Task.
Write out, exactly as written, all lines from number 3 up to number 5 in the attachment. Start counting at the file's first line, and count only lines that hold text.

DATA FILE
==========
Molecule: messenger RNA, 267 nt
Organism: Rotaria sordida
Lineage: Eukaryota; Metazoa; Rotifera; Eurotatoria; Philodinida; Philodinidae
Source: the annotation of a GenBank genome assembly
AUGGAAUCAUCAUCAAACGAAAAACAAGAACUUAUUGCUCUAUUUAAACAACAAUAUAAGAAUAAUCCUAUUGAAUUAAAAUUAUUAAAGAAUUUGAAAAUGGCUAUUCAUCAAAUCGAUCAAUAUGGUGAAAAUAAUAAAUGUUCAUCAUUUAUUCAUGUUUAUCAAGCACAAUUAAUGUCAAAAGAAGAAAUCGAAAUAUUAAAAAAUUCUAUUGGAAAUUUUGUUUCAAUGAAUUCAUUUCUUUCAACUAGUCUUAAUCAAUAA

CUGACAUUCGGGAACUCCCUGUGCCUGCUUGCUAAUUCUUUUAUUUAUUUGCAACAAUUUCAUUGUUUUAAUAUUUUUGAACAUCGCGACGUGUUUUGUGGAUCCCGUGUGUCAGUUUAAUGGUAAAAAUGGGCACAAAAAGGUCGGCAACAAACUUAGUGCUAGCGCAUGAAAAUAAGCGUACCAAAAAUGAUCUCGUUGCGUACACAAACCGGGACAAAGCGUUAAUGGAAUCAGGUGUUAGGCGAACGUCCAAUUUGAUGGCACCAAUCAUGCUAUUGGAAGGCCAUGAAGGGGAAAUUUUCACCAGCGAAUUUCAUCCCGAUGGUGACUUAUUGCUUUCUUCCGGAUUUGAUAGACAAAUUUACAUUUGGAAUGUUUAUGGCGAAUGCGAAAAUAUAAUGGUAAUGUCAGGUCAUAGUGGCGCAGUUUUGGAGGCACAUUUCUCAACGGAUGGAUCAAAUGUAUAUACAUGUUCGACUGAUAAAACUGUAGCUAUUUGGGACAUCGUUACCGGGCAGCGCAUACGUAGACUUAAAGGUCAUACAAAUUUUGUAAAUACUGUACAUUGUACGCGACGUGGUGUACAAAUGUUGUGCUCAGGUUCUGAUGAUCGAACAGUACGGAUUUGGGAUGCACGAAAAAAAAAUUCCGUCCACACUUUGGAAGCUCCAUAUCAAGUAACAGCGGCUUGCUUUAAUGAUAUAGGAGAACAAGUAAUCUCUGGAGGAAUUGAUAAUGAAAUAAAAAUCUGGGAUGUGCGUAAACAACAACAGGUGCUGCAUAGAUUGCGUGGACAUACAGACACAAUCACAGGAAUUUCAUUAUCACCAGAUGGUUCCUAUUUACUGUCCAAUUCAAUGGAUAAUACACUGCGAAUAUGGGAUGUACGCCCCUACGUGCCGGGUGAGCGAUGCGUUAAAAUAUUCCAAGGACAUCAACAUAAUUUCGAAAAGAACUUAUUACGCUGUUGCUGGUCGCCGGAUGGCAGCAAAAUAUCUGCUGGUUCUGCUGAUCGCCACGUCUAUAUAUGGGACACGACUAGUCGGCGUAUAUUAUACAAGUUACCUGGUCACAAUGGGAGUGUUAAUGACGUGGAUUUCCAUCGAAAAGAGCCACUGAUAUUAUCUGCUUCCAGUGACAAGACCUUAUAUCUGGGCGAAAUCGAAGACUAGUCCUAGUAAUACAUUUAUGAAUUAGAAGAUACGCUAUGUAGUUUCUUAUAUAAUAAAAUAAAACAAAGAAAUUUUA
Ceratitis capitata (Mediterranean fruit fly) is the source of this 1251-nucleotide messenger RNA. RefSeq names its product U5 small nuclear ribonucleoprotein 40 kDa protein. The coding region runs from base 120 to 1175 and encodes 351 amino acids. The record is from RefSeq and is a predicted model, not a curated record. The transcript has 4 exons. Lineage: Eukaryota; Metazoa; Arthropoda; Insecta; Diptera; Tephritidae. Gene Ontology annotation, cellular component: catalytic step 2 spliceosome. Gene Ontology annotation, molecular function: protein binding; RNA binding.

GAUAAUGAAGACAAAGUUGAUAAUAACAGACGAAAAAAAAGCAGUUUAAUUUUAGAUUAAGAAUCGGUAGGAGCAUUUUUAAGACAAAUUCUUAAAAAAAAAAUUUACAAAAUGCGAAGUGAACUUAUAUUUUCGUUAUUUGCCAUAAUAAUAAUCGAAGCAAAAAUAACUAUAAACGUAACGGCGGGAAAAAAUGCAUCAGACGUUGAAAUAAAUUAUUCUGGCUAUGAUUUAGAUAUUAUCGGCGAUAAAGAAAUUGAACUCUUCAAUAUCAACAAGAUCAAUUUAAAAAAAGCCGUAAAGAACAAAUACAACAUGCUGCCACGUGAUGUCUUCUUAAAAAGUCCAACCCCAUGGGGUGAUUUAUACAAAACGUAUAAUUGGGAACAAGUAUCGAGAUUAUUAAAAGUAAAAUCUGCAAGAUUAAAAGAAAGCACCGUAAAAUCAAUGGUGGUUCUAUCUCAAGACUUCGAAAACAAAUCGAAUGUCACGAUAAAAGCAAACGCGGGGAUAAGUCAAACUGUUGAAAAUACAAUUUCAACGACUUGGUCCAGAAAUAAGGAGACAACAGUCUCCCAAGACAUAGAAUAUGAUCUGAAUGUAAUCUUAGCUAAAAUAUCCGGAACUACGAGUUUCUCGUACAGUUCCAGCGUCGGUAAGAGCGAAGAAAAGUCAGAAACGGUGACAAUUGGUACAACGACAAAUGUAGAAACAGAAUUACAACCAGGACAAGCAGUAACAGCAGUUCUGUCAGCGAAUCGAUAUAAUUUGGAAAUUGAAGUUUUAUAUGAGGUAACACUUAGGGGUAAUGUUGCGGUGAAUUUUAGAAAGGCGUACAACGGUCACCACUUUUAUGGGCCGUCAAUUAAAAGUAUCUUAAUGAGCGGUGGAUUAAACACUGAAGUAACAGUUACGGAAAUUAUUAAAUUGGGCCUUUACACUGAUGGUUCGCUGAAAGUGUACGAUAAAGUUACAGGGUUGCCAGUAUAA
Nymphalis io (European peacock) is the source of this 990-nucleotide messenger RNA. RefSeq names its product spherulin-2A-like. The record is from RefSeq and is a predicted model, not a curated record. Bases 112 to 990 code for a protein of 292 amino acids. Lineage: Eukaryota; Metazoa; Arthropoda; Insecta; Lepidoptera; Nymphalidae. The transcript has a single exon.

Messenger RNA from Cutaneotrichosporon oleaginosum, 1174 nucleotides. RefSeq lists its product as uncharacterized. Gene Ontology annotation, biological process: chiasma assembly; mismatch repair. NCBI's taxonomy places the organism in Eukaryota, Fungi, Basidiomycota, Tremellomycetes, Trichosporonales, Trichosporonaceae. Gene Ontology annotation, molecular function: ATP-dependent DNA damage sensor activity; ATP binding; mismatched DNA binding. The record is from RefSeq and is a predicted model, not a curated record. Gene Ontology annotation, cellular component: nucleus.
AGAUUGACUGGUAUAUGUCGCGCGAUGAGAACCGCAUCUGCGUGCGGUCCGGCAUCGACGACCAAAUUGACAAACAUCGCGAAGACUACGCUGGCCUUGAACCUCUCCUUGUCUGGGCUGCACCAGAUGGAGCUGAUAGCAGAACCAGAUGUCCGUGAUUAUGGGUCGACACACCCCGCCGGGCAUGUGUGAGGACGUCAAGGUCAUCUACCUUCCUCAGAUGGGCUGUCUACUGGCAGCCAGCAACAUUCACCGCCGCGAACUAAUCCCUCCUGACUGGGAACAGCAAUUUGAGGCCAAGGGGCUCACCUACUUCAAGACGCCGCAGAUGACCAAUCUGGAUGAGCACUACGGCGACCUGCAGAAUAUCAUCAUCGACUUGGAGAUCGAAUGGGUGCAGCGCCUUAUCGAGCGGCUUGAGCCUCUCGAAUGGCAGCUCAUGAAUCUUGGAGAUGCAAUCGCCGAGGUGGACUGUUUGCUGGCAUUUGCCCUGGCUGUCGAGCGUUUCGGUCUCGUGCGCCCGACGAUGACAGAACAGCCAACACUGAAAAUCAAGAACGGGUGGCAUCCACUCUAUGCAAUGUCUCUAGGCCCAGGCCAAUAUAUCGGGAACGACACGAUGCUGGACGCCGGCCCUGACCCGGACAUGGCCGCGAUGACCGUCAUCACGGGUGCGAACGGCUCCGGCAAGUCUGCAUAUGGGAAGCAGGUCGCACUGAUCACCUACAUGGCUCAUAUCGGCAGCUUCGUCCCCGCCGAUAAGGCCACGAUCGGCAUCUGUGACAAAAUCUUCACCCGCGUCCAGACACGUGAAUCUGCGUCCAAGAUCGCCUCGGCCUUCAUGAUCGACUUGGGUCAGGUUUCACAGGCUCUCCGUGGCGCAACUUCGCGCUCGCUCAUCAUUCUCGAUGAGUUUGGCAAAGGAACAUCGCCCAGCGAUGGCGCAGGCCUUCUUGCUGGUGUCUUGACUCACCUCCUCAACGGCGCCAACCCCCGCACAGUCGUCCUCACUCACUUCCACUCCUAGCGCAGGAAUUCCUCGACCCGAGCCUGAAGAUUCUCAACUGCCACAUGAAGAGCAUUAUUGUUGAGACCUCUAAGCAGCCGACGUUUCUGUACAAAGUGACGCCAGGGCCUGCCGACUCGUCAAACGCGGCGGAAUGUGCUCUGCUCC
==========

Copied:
Lineage: Eukaryota; Metazoa; Rotifera; Eurotatoria; Philodinida; Philodinidae
Source: the annotation of a GenBank genome assembly
AUGGAAUCAUCAUCAAACGAAAAACAAGAACUUAUUGCUCUAUUUAAACAACAAUAUAAGAAUAAUCCUAUUGAAUUAAAAUUAUUAAAGAAUUUGAAAAUGGCUAUUCAUCAAAUCGAUCAAUAUGGUGAAAAUAAUAAAUGUUCAUCAUUUAUUCAUGUUUAUCAAGCACAAUUAAUGUCAAAAGAAGAAAUCGAAAUAUUAAAAAAUUCUAUUGGAAAUUUUGUUUCAAUGAAUUCAUUUCUUUCAACUAGUCUUAAUCAAUAA